Wheels Up becomes the first major jet card provider to offer four guaranteed availability jet cabin categories and a turboprop program on a national basis
What a difference a year makes. At this time last year, rumors were swirling. Wheels Up was expanding beyond its core King Air 350i and Citation Excel fleet with an off-fleet light jet program.
The new programs, effective January 2nd, will offer dynamic trip pricing with capped hourly rates and guaranteed availability nationwide. They will run across five cabin categories, from its King Air 350i fleet to light, midsize, super-midsize, and large jets.
Following its $128 million raise last month, and acquisition of Travel Management Company with 24 light jets over the summer, Wheels Up has made a tech buy
Wheels Up has acquired Avianis Systems, LLC, for an undisclosed amount. It comes just six weeks after raising $128 million in a Class D Equity Round giving the New York-based private aviation membership company a billion-dollar valuation. The deal was first reported by Corporate Jet Investor in advance of its Revolution.aero conference being held today and tomorrow in San Francisco.
Booking a private jet should be as easy as booking a car with Uber or booking a home with AirbnbKenny Dichter, CEO, Wheels Up
Avianis, according to its website, provides a comprehensive platform approach to managing a complete flight operation in one system. In its pitch to its B2B customers, it claims, “This enables a more holistic and cyclical view of the entire business that allows you to stay in touch with every detail of your business in one web-based platform.”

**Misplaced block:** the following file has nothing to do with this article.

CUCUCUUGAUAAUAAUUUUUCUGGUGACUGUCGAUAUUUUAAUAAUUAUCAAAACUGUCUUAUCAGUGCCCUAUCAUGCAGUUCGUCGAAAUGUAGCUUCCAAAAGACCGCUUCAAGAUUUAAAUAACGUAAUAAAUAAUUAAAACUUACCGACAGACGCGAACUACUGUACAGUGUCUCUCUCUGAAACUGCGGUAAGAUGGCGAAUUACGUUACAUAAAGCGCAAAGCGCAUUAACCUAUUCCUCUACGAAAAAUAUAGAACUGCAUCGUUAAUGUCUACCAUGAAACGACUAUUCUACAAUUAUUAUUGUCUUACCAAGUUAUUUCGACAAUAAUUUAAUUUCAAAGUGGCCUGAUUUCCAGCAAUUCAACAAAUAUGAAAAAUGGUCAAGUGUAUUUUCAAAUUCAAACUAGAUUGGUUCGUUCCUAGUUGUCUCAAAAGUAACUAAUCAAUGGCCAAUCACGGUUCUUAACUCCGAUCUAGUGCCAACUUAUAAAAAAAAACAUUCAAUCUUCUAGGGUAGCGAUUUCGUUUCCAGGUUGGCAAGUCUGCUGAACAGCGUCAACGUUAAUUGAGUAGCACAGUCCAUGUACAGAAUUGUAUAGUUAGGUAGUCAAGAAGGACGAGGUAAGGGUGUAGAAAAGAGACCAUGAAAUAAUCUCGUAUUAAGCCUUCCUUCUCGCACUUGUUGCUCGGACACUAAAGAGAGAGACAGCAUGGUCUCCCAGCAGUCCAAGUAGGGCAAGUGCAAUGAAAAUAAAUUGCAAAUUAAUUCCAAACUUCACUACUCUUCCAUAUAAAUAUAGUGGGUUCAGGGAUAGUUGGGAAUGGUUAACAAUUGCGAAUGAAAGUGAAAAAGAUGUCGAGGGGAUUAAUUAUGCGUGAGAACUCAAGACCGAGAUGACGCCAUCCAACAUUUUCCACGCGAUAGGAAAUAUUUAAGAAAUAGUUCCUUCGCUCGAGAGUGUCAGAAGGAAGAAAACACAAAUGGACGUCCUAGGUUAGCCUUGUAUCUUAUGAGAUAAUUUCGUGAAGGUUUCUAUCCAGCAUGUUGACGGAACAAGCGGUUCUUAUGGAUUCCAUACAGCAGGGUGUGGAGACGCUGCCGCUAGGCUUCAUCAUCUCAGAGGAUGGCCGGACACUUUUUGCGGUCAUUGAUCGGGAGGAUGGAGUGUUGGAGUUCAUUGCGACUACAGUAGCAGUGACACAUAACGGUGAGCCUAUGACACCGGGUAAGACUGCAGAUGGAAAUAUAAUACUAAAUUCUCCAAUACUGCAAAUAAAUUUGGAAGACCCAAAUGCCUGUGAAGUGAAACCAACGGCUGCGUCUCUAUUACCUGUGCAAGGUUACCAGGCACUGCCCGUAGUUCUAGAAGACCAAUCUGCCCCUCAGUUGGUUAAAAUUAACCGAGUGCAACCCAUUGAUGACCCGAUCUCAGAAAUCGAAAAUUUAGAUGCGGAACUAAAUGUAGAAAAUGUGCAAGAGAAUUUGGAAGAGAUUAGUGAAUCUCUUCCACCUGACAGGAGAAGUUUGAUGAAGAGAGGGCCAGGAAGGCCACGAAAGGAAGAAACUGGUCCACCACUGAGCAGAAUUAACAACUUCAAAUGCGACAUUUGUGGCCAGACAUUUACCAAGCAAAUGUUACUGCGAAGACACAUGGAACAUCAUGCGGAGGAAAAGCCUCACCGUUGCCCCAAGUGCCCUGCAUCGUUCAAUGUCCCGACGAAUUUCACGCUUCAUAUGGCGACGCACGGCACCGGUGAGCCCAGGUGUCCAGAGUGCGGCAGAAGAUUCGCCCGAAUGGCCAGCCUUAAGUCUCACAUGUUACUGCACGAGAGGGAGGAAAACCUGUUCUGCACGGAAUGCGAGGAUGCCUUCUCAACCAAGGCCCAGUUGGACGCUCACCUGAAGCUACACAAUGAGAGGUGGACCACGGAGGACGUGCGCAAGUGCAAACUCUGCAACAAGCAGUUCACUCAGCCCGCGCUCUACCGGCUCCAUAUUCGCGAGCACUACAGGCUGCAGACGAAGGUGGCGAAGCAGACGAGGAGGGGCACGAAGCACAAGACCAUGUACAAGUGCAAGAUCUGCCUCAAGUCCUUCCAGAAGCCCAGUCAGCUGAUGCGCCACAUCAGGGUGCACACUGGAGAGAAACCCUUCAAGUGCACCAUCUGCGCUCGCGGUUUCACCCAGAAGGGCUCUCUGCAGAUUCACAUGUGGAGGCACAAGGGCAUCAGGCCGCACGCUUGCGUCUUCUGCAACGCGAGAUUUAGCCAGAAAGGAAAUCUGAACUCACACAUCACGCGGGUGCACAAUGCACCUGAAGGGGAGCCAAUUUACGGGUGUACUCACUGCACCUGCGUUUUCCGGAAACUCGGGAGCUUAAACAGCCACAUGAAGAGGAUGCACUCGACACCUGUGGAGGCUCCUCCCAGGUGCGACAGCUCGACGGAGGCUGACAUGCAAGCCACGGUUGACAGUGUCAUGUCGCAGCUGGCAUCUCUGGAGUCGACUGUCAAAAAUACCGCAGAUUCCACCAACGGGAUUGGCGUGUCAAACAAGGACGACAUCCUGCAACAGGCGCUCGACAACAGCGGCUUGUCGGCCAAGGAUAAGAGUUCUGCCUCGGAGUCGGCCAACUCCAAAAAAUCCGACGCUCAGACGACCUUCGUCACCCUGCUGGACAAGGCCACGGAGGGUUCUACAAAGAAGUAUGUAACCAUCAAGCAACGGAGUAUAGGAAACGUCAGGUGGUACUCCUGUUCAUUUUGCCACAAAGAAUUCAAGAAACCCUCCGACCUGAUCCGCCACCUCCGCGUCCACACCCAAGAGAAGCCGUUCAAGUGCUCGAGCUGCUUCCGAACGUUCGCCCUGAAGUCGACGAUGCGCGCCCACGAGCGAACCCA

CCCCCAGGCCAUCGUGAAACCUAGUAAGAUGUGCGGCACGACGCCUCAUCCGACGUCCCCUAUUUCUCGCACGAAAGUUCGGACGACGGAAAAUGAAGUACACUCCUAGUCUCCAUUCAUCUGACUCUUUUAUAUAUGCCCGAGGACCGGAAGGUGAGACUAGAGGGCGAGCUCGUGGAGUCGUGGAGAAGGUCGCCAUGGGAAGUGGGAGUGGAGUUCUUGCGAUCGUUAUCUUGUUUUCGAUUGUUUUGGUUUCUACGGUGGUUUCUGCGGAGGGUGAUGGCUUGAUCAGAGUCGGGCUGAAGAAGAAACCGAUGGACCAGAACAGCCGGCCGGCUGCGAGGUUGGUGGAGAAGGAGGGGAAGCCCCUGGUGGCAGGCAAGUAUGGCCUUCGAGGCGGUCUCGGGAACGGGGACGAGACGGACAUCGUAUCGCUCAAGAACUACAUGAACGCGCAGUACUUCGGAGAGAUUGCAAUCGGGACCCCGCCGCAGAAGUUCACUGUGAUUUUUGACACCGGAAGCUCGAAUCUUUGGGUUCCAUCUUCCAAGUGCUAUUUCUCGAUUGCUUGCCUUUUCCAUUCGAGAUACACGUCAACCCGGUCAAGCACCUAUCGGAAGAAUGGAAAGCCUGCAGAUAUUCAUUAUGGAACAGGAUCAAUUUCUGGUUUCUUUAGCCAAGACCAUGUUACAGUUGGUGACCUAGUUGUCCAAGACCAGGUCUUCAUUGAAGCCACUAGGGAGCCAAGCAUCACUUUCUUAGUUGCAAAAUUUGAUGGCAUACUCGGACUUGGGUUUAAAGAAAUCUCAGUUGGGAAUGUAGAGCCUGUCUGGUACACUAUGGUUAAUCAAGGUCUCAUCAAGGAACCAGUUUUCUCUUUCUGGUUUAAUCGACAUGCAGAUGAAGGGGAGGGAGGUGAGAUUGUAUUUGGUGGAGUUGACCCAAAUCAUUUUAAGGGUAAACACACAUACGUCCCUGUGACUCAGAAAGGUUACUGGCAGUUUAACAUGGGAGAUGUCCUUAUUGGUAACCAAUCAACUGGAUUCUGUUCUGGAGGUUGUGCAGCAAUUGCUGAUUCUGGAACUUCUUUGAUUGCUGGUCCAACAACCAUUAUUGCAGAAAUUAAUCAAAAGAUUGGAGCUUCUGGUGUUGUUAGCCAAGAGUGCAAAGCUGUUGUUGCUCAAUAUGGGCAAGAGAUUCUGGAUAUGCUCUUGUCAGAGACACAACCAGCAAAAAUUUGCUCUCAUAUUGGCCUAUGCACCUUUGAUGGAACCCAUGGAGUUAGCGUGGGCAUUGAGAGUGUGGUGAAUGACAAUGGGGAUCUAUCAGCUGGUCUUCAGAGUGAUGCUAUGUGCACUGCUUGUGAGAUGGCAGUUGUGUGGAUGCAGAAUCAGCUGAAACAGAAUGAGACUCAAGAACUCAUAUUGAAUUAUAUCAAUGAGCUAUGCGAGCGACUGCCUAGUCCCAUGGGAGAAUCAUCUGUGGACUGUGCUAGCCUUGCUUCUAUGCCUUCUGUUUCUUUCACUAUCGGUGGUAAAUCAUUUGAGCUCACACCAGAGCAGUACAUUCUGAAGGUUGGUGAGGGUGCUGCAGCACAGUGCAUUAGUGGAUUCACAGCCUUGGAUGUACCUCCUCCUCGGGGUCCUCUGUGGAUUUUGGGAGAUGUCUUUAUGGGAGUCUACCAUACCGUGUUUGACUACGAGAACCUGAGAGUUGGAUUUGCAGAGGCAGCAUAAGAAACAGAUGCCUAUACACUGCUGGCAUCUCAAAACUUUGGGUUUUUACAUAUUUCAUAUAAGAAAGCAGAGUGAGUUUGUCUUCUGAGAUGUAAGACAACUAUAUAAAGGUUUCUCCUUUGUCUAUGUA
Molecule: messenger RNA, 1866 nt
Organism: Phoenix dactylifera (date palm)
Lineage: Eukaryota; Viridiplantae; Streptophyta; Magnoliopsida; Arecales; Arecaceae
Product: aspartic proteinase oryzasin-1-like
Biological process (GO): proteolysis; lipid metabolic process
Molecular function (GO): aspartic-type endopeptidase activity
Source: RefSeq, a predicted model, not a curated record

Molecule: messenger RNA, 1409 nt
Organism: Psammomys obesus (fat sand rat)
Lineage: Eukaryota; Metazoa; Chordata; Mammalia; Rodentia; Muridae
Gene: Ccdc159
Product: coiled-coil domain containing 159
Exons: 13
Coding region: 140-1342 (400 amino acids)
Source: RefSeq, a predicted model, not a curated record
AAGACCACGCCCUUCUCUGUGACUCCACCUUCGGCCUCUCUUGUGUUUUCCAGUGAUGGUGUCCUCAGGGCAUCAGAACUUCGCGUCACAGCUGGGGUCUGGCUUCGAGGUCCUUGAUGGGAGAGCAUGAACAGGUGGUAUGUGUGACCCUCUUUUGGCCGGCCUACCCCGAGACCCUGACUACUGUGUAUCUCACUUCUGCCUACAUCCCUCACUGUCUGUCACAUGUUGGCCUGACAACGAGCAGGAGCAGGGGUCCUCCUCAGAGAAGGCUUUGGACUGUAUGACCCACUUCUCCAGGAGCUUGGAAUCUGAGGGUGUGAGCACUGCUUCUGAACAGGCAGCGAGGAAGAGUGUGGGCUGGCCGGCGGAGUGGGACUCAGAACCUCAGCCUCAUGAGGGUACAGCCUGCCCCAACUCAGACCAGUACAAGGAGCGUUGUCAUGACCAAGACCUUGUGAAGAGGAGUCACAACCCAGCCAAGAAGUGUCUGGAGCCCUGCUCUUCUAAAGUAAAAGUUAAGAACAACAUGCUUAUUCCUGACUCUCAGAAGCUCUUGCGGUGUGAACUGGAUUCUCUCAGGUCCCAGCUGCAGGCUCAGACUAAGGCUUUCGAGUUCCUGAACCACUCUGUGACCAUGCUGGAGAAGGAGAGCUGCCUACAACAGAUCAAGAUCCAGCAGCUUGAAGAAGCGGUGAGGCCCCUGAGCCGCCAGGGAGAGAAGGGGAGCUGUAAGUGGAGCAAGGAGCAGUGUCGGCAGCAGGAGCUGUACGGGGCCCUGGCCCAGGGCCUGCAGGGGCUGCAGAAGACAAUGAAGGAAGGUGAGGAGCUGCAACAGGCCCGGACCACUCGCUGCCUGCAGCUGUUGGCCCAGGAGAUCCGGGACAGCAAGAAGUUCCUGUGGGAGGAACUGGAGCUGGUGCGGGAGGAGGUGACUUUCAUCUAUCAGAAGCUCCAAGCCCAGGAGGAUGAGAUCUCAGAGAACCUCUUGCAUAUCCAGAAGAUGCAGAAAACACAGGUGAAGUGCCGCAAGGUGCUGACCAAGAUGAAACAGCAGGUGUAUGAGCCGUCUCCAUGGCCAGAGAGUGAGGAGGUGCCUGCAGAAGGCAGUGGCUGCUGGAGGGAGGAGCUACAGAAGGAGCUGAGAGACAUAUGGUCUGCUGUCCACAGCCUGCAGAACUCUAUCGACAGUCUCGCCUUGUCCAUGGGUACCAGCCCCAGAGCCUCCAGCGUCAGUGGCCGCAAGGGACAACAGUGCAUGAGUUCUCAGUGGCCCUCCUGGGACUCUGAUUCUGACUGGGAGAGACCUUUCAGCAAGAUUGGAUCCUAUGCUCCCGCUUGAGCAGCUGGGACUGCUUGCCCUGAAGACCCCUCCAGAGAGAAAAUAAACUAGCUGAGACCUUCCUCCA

The new program follows its light jet program introduced earlier this year.
When Wheels Up’s Kenny Dichter told Squawk Box on CNBC in January that it was working on strategic initiatives, common wisdom in the industry was the founder and CEO was following a similar move by XOJET in 2018, which ultimately led to its acquisition by Vista Global and merger with JetSmarter.
It hasn’t turned out that way.
Weeks later came Connect, a new entry-level membership, priced at $2,995 designed to increase the addressable mark of customers who want to share flights to save costs.
The jet card membership company said it will use the money for accelerating membership growth and possible acquisitions
Wheels Up said that it has completed its Class D equity capital raise of $128 million, according to a press release received by Private Jet Card Comparisons. The funds will be used to accelerate membership growth, fund technology investment, and perhaps even more acquisitions. In 2017, it raised $117.5 million in equity capital and $90 million in debt financing via KKR.
Earlier this year it had said it had hired Bank of America and Goldman Sachs to advise it on strategic initiatives.
New to the company’s roster of institutional investors from this round are funds managed by Franklin Templeton, which co-led the round with funds and accounts advised by T. Rowe Price and Fidelity Management & Research, along with other institutional and private investors.
The company’s post-money enterprise valuation is north of $1.1
billion, according to the release.
The deal, which is being announced this morning, and closed Friday, adds 26 light jets to the Wheel Up fleet
Wheels Up announced this morning that it has closed a deal to acquire Elkhart, Indiana-based Travel Management Company (TMC), a significant fleet operator of owned and leased light jets serving the on-demand charter market. The deal will increase the current Wheels Up fleet to 119 owned and leased aircraft. Terms of the deal were not disclosed.
For Wheels Up founder Kenny Dichter, who helped popularize jet cards by launching Marquis Jet Partners in 2001 before selling it to NetJets in 2010, the move comes after he announced in January he had hired Goldman Sachs and Bank of America to provide advice on strategic options.